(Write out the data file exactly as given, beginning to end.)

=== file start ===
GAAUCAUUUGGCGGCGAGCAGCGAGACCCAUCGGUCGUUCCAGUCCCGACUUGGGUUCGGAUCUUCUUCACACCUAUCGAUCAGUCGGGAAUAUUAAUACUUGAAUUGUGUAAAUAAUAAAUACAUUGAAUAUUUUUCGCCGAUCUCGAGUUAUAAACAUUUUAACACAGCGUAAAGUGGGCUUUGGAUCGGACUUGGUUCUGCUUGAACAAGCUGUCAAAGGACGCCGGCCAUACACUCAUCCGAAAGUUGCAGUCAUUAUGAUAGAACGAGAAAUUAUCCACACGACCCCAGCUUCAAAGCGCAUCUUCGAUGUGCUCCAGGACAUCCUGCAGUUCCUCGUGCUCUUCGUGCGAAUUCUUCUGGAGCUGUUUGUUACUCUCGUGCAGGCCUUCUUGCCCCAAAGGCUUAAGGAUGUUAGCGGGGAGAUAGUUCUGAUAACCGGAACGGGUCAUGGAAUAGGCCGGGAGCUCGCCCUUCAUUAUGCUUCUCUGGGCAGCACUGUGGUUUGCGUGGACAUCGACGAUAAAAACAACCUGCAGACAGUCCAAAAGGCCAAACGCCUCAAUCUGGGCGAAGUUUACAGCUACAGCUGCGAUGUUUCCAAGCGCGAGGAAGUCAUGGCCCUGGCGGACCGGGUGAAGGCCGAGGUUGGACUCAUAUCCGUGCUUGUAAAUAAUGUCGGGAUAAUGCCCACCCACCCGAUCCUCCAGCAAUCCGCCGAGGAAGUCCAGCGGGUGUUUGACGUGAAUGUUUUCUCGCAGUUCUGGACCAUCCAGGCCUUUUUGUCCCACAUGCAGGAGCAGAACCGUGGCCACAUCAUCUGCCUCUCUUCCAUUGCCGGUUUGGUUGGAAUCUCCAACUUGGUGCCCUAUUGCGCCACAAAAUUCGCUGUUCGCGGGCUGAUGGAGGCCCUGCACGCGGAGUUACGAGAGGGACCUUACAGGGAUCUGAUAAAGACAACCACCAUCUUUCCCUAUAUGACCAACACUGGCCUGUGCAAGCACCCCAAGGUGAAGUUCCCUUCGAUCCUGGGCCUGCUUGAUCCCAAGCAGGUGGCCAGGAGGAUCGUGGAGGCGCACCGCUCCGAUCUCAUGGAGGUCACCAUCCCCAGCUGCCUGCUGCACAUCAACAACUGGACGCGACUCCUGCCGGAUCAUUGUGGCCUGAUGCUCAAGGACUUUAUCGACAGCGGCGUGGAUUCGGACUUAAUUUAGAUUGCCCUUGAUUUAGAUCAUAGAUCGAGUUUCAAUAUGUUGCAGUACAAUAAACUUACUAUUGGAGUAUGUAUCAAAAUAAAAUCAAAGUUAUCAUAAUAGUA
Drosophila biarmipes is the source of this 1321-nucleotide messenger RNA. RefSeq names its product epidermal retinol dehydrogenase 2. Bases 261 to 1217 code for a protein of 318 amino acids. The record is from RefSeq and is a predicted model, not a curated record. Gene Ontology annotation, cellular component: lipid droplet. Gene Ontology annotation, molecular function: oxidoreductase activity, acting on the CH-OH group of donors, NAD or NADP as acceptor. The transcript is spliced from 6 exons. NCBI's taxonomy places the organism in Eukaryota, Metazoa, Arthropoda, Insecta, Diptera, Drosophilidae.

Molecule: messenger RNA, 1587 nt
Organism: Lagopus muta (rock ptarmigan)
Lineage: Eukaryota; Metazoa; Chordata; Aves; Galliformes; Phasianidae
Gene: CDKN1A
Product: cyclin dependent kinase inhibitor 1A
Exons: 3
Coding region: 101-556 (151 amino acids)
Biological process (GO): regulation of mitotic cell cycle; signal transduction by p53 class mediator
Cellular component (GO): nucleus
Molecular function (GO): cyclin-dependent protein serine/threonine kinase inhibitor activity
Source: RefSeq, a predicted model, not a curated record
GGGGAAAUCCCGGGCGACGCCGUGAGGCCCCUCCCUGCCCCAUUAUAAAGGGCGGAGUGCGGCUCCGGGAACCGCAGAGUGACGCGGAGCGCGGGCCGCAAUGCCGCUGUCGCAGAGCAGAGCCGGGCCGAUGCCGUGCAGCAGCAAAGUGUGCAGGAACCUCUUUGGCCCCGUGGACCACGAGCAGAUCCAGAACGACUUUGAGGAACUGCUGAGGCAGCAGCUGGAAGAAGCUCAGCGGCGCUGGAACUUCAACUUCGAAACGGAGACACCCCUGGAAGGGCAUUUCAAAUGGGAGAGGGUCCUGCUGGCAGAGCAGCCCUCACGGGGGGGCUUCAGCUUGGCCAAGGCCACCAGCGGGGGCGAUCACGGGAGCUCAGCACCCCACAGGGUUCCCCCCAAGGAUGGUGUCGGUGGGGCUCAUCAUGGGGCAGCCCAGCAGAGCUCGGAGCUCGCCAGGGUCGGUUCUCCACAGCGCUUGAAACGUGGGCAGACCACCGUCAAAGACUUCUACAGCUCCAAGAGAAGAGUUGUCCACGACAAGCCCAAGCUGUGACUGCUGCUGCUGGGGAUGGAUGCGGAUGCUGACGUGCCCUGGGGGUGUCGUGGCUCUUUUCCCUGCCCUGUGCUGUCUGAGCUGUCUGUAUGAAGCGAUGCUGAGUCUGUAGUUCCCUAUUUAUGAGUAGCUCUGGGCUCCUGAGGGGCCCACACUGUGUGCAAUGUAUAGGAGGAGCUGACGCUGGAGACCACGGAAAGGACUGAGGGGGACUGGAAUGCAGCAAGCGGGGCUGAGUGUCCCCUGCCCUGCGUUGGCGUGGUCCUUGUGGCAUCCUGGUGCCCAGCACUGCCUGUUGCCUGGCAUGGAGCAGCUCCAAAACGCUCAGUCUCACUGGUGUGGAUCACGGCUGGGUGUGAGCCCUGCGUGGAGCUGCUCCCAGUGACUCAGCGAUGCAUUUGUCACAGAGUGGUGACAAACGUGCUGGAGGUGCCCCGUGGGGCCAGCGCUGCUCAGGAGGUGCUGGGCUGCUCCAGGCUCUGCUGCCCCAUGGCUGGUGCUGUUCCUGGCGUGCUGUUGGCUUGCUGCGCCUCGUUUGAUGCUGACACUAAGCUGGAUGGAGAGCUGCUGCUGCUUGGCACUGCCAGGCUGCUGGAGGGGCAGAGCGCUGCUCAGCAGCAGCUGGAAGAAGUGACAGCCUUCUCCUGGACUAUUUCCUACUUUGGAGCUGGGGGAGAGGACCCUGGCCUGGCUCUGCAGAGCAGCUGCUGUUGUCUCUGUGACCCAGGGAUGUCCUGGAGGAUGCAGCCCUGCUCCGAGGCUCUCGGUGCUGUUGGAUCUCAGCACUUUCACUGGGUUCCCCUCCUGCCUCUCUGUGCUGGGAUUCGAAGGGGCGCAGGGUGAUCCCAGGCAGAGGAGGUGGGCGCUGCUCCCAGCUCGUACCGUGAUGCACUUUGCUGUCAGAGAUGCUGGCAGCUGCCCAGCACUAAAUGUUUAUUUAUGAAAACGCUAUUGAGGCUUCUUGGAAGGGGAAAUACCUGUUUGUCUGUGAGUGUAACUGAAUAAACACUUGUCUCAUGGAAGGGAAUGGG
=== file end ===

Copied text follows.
GAAUCAUUUGGCGGCGAGCAGCGAGACCCAUCGGUCGUUCCAGUCCCGACUUGGGUUCGGAUCUUCUUCACACCUAUCGAUCAGUCGGGAAUAUUAAUACUUGAAUUGUGUAAAUAAUAAAUACAUUGAAUAUUUUUCGCCGAUCUCGAGUUAUAAACAUUUUAACACAGCGUAAAGUGGGCUUUGGAUCGGACUUGGUUCUGCUUGAACAAGCUGUCAAAGGACGCCGGCCAUACACUCAUCCGAAAGUUGCAGUCAUUAUGAUAGAACGAGAAAUUAUCCACACGACCCCAGCUUCAAAGCGCAUCUUCGAUGUGCUCCAGGACAUCCUGCAGUUCCUCGUGCUCUUCGUGCGAAUUCUUCUGGAGCUGUUUGUUACUCUCGUGCAGGCCUUCUUGCCCCAAAGGCUUAAGGAUGUUAGCGGGGAGAUAGUUCUGAUAACCGGAACGGGUCAUGGAAUAGGCCGGGAGCUCGCCCUUCAUUAUGCUUCUCUGGGCAGCACUGUGGUUUGCGUGGACAUCGACGAUAAAAACAACCUGCAGACAGUCCAAAAGGCCAAACGCCUCAAUCUGGGCGAAGUUUACAGCUACAGCUGCGAUGUUUCCAAGCGCGAGGAAGUCAUGGCCCUGGCGGACCGGGUGAAGGCCGAGGUUGGACUCAUAUCCGUGCUUGUAAAUAAUGUCGGGAUAAUGCCCACCCACCCGAUCCUCCAGCAAUCCGCCGAGGAAGUCCAGCGGGUGUUUGACGUGAAUGUUUUCUCGCAGUUCUGGACCAUCCAGGCCUUUUUGUCCCACAUGCAGGAGCAGAACCGUGGCCACAUCAUCUGCCUCUCUUCCAUUGCCGGUUUGGUUGGAAUCUCCAACUUGGUGCCCUAUUGCGCCACAAAAUUCGCUGUUCGCGGGCUGAUGGAGGCCCUGCACGCGGAGUUACGAGAGGGACCUUACAGGGAUCUGAUAAAGACAACCACCAUCUUUCCCUAUAUGACCAACACUGGCCUGUGCAAGCACCCCAAGGUGAAGUUCCCUUCGAUCCUGGGCCUGCUUGAUCCCAAGCAGGUGGCCAGGAGGAUCGUGGAGGCGCACCGCUCCGAUCUCAUGGAGGUCACCAUCCCCAGCUGCCUGCUGCACAUCAACAACUGGACGCGACUCCUGCCGGAUCAUUGUGGCCUGAUGCUCAAGGACUUUAUCGACAGCGGCGUGGAUUCGGACUUAAUUUAGAUUGCCCUUGAUUUAGAUCAUAGAUCGAGUUUCAAUAUGUUGCAGUACAAUAAACUUACUAUUGGAGUAUGUAUCAAAAUAAAAUCAAAGUUAUCAUAAUAGUA
Drosophila biarmipes is the source of this 1321-nucleotide messenger RNA. RefSeq names its product epidermal retinol dehydrogenase 2. Bases 261 to 1217 code for a protein of 318 amino acids. The record is from RefSeq and is a predicted model, not a curated record. Gene Ontology annotation, cellular component: lipid droplet. Gene Ontology annotation, molecular function: oxidoreductase activity, acting on the CH-OH group of donors, NAD or NADP as acceptor. The transcript is spliced from 6 exons. NCBI's taxonomy places the organism in Eukaryota, Metazoa, Arthropoda, Insecta, Diptera, Drosophilidae.

Molecule: messenger RNA, 1587 nt
Organism: Lagopus muta (rock ptarmigan)
Lineage: Eukaryota; Metazoa; Chordata; Aves; Galliformes; Phasianidae
Gene: CDKN1A
Product: cyclin dependent kinase inhibitor 1A
Exons: 3
Coding region: 101-556 (151 amino acids)
Biological process (GO): regulation of mitotic cell cycle; signal transduction by p53 class mediator
Cellular component (GO): nucleus
Molecular function (GO): cyclin-dependent protein serine/threonine kinase inhibitor activity
Source: RefSeq, a predicted model, not a curated record
GGGGAAAUCCCGGGCGACGCCGUGAGGCCCCUCCCUGCCCCAUUAUAAAGGGCGGAGUGCGGCUCCGGGAACCGCAGAGUGACGCGGAGCGCGGGCCGCAAUGCCGCUGUCGCAGAGCAGAGCCGGGCCGAUGCCGUGCAGCAGCAAAGUGUGCAGGAACCUCUUUGGCCCCGUGGACCACGAGCAGAUCCAGAACGACUUUGAGGAACUGCUGAGGCAGCAGCUGGAAGAAGCUCAGCGGCGCUGGAACUUCAACUUCGAAACGGAGACACCCCUGGAAGGGCAUUUCAAAUGGGAGAGGGUCCUGCUGGCAGAGCAGCCCUCACGGGGGGGCUUCAGCUUGGCCAAGGCCACCAGCGGGGGCGAUCACGGGAGCUCAGCACCCCACAGGGUUCCCCCCAAGGAUGGUGUCGGUGGGGCUCAUCAUGGGGCAGCCCAGCAGAGCUCGGAGCUCGCCAGGGUCGGUUCUCCACAGCGCUUGAAACGUGGGCAGACCACCGUCAAAGACUUCUACAGCUCCAAGAGAAGAGUUGUCCACGACAAGCCCAAGCUGUGACUGCUGCUGCUGGGGAUGGAUGCGGAUGCUGACGUGCCCUGGGGGUGUCGUGGCUCUUUUCCCUGCCCUGUGCUGUCUGAGCUGUCUGUAUGAAGCGAUGCUGAGUCUGUAGUUCCCUAUUUAUGAGUAGCUCUGGGCUCCUGAGGGGCCCACACUGUGUGCAAUGUAUAGGAGGAGCUGACGCUGGAGACCACGGAAAGGACUGAGGGGGACUGGAAUGCAGCAAGCGGGGCUGAGUGUCCCCUGCCCUGCGUUGGCGUGGUCCUUGUGGCAUCCUGGUGCCCAGCACUGCCUGUUGCCUGGCAUGGAGCAGCUCCAAAACGCUCAGUCUCACUGGUGUGGAUCACGGCUGGGUGUGAGCCCUGCGUGGAGCUGCUCCCAGUGACUCAGCGAUGCAUUUGUCACAGAGUGGUGACAAACGUGCUGGAGGUGCCCCGUGGGGCCAGCGCUGCUCAGGAGGUGCUGGGCUGCUCCAGGCUCUGCUGCCCCAUGGCUGGUGCUGUUCCUGGCGUGCUGUUGGCUUGCUGCGCCUCGUUUGAUGCUGACACUAAGCUGGAUGGAGAGCUGCUGCUGCUUGGCACUGCCAGGCUGCUGGAGGGGCAGAGCGCUGCUCAGCAGCAGCUGGAAGAAGUGACAGCCUUCUCCUGGACUAUUUCCUACUUUGGAGCUGGGGGAGAGGACCCUGGCCUGGCUCUGCAGAGCAGCUGCUGUUGUCUCUGUGACCCAGGGAUGUCCUGGAGGAUGCAGCCCUGCUCCGAGGCUCUCGGUGCUGUUGGAUCUCAGCACUUUCACUGGGUUCCCCUCCUGCCUCUCUGUGCUGGGAUUCGAAGGGGCGCAGGGUGAUCCCAGGCAGAGGAGGUGGGCGCUGCUCCCAGCUCGUACCGUGAUGCACUUUGCUGUCAGAGAUGCUGGCAGCUGCCCAGCACUAAAUGUUUAUUUAUGAAAACGCUAUUGAGGCUUCUUGGAAGGGGAAAUACCUGUUUGUCUGUGAGUGUAACUGAAUAAACACUUGUCUCAUGGAAGGGAAUGGG